(3) A payment ledger that reflects the payments received, including the payment due for the
       month in which the case is submitted if the case is submitted after the 15th of the month.
       For example, if the case closed February 3 and the case is submitted April 16, the
       payment ledger must reflect receipt of the April payment even though the payment is not
       considered delinquent until May 1. Payments under the mortgage must not be delinquent
       when submitted for endorsement.

                    (a) The lender must submit a payment ledger for the entire period from the
                        first payment due date to the date of the submission for endorsement.
                        Each payment must be made in the calendar month due.
                    (b) If a payment is made outside the calendar month due, the lender cannot
                        submit the case for endorsement until six consecutive payments have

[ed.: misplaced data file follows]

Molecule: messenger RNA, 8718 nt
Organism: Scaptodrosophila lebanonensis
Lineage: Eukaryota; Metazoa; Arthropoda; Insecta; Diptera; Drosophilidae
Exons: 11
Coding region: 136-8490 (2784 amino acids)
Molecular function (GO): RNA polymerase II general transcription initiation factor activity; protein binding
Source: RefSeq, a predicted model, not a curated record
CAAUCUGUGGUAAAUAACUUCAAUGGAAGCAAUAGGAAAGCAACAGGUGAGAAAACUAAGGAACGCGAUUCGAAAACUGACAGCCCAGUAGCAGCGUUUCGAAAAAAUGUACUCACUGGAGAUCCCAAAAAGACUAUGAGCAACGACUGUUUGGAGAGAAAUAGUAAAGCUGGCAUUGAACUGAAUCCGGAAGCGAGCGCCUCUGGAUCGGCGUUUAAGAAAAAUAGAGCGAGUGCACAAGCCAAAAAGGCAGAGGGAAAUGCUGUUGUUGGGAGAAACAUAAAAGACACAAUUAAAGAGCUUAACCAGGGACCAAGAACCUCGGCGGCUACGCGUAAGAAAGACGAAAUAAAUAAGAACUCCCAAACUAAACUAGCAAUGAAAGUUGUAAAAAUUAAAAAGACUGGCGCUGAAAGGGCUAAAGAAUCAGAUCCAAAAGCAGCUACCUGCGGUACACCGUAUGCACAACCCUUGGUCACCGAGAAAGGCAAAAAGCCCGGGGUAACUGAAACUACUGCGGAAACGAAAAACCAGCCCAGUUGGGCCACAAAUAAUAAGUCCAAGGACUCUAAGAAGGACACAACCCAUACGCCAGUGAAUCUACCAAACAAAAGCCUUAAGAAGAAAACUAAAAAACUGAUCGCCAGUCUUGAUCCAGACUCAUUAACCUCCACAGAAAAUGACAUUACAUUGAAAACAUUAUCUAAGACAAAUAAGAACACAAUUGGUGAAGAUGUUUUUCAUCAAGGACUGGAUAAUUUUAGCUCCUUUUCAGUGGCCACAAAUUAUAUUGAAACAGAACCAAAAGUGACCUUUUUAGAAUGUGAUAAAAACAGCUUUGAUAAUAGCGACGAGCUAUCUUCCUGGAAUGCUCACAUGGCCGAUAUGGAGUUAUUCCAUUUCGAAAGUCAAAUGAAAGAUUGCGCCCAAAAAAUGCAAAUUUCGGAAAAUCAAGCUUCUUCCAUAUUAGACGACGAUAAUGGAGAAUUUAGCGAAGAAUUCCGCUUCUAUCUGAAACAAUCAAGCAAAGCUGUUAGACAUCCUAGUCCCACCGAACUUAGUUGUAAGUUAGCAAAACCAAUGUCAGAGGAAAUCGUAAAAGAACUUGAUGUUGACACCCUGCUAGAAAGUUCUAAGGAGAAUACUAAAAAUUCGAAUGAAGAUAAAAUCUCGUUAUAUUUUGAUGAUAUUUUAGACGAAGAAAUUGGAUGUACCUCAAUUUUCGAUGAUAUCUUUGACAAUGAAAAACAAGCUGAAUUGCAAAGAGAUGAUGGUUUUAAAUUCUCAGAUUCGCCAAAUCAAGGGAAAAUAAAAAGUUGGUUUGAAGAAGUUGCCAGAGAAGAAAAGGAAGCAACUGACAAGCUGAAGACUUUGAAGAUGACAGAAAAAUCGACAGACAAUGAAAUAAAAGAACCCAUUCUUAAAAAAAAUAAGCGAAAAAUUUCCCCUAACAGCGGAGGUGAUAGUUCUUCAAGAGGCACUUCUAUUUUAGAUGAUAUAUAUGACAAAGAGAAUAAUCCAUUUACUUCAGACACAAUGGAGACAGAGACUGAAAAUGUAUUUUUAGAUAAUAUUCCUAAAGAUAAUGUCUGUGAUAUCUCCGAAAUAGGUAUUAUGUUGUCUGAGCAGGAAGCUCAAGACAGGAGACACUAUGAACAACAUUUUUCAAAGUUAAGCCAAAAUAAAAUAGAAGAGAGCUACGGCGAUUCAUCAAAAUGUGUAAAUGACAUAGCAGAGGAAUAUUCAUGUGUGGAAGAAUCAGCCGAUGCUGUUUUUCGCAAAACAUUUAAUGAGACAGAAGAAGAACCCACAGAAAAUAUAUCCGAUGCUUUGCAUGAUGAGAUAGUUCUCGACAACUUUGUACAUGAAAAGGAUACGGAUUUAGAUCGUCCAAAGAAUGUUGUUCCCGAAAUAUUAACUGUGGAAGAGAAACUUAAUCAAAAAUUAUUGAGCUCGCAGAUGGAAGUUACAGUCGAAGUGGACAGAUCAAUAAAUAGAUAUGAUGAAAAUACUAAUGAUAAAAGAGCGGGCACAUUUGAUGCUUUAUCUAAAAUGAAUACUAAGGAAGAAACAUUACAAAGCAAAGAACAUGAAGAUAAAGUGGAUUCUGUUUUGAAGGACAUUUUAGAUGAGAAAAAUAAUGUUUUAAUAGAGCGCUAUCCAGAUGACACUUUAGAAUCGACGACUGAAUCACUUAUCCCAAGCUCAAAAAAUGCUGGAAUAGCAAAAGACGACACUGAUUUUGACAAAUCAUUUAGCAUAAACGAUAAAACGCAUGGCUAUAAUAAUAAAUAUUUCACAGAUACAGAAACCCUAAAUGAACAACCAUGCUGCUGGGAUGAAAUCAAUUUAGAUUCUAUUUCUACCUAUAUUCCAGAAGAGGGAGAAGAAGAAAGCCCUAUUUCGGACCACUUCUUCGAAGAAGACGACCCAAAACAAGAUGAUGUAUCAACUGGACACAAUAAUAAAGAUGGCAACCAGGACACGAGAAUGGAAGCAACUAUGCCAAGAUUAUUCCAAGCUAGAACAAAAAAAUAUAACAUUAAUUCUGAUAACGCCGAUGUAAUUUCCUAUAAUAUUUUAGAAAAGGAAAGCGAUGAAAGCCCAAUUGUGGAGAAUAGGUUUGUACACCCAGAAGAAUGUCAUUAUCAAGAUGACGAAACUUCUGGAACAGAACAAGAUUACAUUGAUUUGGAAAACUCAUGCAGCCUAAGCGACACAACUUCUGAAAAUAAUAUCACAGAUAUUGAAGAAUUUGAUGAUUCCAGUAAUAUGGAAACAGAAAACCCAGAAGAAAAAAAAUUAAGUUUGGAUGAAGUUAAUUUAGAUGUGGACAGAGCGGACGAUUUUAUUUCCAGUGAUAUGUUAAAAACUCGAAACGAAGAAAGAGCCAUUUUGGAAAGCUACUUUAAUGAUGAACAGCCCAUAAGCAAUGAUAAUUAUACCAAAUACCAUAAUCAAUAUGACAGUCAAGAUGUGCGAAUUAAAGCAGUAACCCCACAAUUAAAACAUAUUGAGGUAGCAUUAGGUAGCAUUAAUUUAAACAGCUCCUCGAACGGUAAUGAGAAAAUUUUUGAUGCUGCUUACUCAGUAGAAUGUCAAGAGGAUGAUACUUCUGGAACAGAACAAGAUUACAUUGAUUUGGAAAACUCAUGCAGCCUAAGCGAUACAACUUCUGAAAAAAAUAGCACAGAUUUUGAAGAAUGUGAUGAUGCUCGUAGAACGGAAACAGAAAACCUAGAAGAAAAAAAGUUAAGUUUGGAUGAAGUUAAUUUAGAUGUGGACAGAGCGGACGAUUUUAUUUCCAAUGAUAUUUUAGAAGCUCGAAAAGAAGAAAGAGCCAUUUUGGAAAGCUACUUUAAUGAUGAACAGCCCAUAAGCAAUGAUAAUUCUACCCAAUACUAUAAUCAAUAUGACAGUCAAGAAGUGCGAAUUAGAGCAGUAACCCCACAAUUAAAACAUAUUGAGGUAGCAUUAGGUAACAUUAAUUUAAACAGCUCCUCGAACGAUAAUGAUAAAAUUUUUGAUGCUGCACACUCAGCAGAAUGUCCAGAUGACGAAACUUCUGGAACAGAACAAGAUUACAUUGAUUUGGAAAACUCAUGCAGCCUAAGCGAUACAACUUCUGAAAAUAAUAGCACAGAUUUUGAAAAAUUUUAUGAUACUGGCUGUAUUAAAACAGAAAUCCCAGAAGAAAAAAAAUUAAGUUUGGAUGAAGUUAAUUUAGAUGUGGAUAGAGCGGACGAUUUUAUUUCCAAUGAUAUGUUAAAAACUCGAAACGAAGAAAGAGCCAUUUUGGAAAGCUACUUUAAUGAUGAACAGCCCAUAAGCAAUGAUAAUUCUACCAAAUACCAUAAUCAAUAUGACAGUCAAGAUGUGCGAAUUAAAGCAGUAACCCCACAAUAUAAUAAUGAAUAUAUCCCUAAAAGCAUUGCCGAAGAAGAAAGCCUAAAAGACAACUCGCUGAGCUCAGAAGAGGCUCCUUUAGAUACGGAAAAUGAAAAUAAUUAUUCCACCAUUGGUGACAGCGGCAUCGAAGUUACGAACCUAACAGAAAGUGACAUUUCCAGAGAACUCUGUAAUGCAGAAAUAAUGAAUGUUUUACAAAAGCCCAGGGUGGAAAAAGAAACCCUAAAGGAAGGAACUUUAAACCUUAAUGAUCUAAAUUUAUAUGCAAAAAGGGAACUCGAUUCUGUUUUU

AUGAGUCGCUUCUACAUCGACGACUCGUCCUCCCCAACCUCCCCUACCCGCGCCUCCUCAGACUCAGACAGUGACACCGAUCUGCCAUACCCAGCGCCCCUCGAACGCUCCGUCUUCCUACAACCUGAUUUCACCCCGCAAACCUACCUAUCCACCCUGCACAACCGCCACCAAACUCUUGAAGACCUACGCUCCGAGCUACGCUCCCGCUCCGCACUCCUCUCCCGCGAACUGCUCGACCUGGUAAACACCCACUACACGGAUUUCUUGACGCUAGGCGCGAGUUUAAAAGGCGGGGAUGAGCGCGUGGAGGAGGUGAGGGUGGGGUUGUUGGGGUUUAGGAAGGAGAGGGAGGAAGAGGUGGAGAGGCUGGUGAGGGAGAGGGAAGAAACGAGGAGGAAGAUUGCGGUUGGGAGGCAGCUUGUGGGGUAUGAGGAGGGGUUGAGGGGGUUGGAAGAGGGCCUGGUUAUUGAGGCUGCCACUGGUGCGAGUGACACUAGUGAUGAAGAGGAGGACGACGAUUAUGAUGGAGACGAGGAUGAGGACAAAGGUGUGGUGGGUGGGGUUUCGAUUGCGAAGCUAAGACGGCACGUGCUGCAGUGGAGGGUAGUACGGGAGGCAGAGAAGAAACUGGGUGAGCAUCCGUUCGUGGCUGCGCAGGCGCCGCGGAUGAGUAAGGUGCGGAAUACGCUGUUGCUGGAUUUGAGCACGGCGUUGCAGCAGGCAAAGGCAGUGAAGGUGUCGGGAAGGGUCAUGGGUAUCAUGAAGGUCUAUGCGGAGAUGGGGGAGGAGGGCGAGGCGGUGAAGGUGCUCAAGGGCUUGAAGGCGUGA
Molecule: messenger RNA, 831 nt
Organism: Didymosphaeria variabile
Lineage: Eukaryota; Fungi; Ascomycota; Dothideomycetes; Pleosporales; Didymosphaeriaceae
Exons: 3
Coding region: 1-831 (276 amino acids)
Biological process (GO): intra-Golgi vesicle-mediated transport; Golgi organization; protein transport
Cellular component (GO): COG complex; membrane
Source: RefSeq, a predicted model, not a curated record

been made within the calendar month due.

   (4) A certification that the lender did not provide the funds to bring the loan up-to-date or to
       affect the appearance of an acceptable payment history.

Mortgagee Letter 2004-14, “Late Request for Endorsement Procedures,” clarifies procedures for
mortgage lenders when submitting mortgage insurance case binders to the Federal Housing
Administration for endorsement beyond the 60-day limit following closing. It replaces the


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instructions found in the section “Late Request for Endorsement,” contained in chapter 3 of
HUD Handbook 4165.1, REV-3.

A request for insurance is considered “late” and triggers additional documentation whenever the
binder is received by HUD more than 60 days after the mortgage loan settlement or funds
disbursement, whichever is later.

If HUD returns the case binder to the lender by issuing a notice of rejection (or a later notice of
rejection), HUD’s Homeownership Center must receive the reconsideration request for insurance
endorsement within the original 60-day window or 30 days from the issue date of the original
notice of rejection, whichever is greater.

When submitting a late request for endorsement, in addition to including a payment history or
ledger, the mortgage lender is required to include a certification, signed by the representative of